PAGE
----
We get a completely different picture, quite literally, when we look at representations of the time Napoleon spent in Egypt. Below, a young warrior squares up to the Sphinx, still buried up to its shoulders in sand. This is a time before the Rosetta Stone, and before Champollion deciphered the hieroglyphics upon it. Napoleon gazes resolutely at 4,000 years of history in the shape of a weathered stone man-lion, as if speculating upon his own place in history.
Guerin – Napoleon pardons the rebels at Cairo
In Guerin’s painting with its sumptuous tones we see not just the wealth of Egypt as represented in exotic robes and vivid colours but Napoleon’s magnanimity. Again and again, throughout his later time as Consul and then Emperor of France, he forgave those who opposed him. He even tried to co-opt Cadoudal into his Army - a man who was to organize the infamous assassination plot against his life. 4 He was hopelessly tolerant of Fouché and Talleyrand, of Bernadotte and Moreau and later, of Murat, Ney and even his sister Caroline who conspired against him. Had he emulated Pasha al Jezzar, “the butcher” who commanded the Ottoman army, and beheaded all his greatest enemies, he would have had an easier time of it all. 5 The British navy supported this illustrious decapitator, but a little less is heard about that fact than is heard of Trafalgar or Aboukir Bay.
Gros – Napoleon visits plague victims at Jaffa 1799
Napoleon attended the plague hospitals to see that care was given to his sick soldiers. As Coignet was later to write, he also always did his best to see that the wounded were cared for after battles. He was not the callous man as portrayed by many British historians. Even Philip Dwyer, whose recent biography is far from even-handed as many English reviewers claim it to be, states: “In Cairo, three military hospitals were established: one in the citadel, and two others at the entry of the European quarters near the Nile. Bonaparte was particularly concerned that the sick were adequately cared for; any functionaries that were caught embezzling or neglecting their duties were severely punished.” 6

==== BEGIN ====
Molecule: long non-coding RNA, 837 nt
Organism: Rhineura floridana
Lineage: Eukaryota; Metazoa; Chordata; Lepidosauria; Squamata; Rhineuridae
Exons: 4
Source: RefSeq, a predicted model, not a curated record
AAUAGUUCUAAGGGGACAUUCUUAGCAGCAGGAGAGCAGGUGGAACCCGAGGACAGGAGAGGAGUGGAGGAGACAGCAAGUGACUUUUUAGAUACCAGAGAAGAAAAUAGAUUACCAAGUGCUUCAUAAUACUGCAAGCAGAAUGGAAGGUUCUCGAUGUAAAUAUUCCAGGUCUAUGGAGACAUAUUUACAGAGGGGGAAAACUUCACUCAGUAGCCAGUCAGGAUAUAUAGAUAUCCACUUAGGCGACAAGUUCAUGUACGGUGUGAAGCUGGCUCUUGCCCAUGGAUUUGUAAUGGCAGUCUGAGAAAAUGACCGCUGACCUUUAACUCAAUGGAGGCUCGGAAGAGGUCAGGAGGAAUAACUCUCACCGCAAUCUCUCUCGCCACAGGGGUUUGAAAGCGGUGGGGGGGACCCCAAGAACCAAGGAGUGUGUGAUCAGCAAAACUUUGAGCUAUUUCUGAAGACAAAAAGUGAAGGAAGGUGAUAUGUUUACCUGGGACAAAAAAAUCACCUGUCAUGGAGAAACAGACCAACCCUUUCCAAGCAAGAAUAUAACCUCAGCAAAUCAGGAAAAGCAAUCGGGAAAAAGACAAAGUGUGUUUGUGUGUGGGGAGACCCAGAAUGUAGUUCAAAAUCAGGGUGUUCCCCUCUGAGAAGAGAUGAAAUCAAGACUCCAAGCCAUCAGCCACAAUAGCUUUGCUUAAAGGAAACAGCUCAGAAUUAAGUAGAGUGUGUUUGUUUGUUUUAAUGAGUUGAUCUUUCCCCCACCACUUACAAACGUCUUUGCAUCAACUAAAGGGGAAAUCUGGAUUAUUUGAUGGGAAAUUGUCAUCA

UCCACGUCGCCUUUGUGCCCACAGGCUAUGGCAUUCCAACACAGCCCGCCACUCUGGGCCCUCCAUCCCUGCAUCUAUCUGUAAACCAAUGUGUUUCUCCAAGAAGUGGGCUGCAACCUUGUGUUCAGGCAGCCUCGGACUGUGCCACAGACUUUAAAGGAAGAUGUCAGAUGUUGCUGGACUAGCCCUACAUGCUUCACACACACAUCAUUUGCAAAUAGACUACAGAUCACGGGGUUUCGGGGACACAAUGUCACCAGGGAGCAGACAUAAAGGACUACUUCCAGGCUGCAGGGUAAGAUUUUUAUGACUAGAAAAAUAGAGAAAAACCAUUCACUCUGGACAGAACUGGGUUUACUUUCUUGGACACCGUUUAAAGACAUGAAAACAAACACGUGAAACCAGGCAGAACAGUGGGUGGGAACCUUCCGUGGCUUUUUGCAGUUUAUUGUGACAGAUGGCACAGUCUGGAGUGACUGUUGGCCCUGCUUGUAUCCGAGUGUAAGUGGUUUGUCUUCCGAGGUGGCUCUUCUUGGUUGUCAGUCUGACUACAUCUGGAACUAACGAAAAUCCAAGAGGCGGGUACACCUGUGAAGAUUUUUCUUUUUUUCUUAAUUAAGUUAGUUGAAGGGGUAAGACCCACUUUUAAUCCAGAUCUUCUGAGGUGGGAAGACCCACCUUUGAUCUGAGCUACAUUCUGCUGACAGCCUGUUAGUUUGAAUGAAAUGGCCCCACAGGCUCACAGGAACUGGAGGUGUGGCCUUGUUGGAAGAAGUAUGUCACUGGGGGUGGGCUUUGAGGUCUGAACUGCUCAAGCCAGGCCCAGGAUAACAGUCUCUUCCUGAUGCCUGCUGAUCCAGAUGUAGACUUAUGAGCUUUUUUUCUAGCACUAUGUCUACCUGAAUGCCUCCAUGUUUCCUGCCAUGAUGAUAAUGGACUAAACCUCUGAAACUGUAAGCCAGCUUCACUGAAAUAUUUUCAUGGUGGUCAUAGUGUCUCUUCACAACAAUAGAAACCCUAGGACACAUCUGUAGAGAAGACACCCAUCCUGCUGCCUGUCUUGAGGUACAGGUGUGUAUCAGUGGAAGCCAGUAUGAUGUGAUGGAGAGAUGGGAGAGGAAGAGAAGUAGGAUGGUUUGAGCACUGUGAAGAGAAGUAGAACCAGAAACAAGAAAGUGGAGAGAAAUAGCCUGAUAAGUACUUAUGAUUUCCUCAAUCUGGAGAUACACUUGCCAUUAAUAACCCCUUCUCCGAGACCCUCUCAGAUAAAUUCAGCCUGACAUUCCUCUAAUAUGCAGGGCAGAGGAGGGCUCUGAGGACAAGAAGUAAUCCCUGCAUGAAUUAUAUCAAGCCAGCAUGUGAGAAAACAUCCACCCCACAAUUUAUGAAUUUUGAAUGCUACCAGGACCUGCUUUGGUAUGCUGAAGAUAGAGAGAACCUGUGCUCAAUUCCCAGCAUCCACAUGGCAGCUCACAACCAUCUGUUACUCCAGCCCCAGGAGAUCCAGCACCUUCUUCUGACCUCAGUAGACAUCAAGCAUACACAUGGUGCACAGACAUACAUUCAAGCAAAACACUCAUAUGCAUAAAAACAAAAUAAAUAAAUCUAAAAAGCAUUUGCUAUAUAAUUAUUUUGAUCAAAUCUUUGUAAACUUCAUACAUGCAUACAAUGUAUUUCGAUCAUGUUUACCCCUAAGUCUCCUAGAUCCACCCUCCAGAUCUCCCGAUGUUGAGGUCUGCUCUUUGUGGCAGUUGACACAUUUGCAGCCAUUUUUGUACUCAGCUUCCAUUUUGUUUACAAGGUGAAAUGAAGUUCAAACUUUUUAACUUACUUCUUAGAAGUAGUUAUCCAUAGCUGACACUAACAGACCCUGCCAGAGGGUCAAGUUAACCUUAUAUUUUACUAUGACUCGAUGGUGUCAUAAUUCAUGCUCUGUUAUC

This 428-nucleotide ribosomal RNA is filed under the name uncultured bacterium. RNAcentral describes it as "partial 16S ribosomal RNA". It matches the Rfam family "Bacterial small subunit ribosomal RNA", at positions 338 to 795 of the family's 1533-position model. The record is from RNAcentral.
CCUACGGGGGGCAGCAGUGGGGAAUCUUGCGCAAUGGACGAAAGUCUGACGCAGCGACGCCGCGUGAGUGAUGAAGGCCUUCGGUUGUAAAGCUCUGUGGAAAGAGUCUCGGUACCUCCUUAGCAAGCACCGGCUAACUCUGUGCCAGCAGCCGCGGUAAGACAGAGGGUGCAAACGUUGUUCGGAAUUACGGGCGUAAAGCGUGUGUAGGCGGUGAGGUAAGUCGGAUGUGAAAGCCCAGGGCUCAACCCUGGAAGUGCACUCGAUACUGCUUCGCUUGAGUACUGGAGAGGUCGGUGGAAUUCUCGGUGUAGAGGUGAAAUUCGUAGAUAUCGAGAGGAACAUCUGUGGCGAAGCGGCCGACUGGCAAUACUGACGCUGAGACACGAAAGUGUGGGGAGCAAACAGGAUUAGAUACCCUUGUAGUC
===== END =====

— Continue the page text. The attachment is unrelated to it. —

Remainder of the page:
Dwyer then says that: “In fact, it seems likely that the Egyptian expedition was never meant to be more than a hit-and-run campaign lasting only a few months.” 7 So why did Napoleon take dozens of scholars and scientists? And anyway, how can something be ‘in fact’ and only ‘likely’ at the same time? He says ‘probably’ so often that it completely undermines his book. He castigates ‘Bonaparte’ in Egypt by saying: “As for Bonaparte, it is impossible to say whether his lack of humanity was an inherent, latent trait that had now come to the fore – had the realization that Josephine was unfaithful made him even more callous and unfeeling towards those around him? – or whether he had simply become immune to suffering. There was now a ruthlessness about him that was taking on alarming dimensions.” 8 And this is supposed to be ‘even-handed’ according to the Sunday Times of London! 9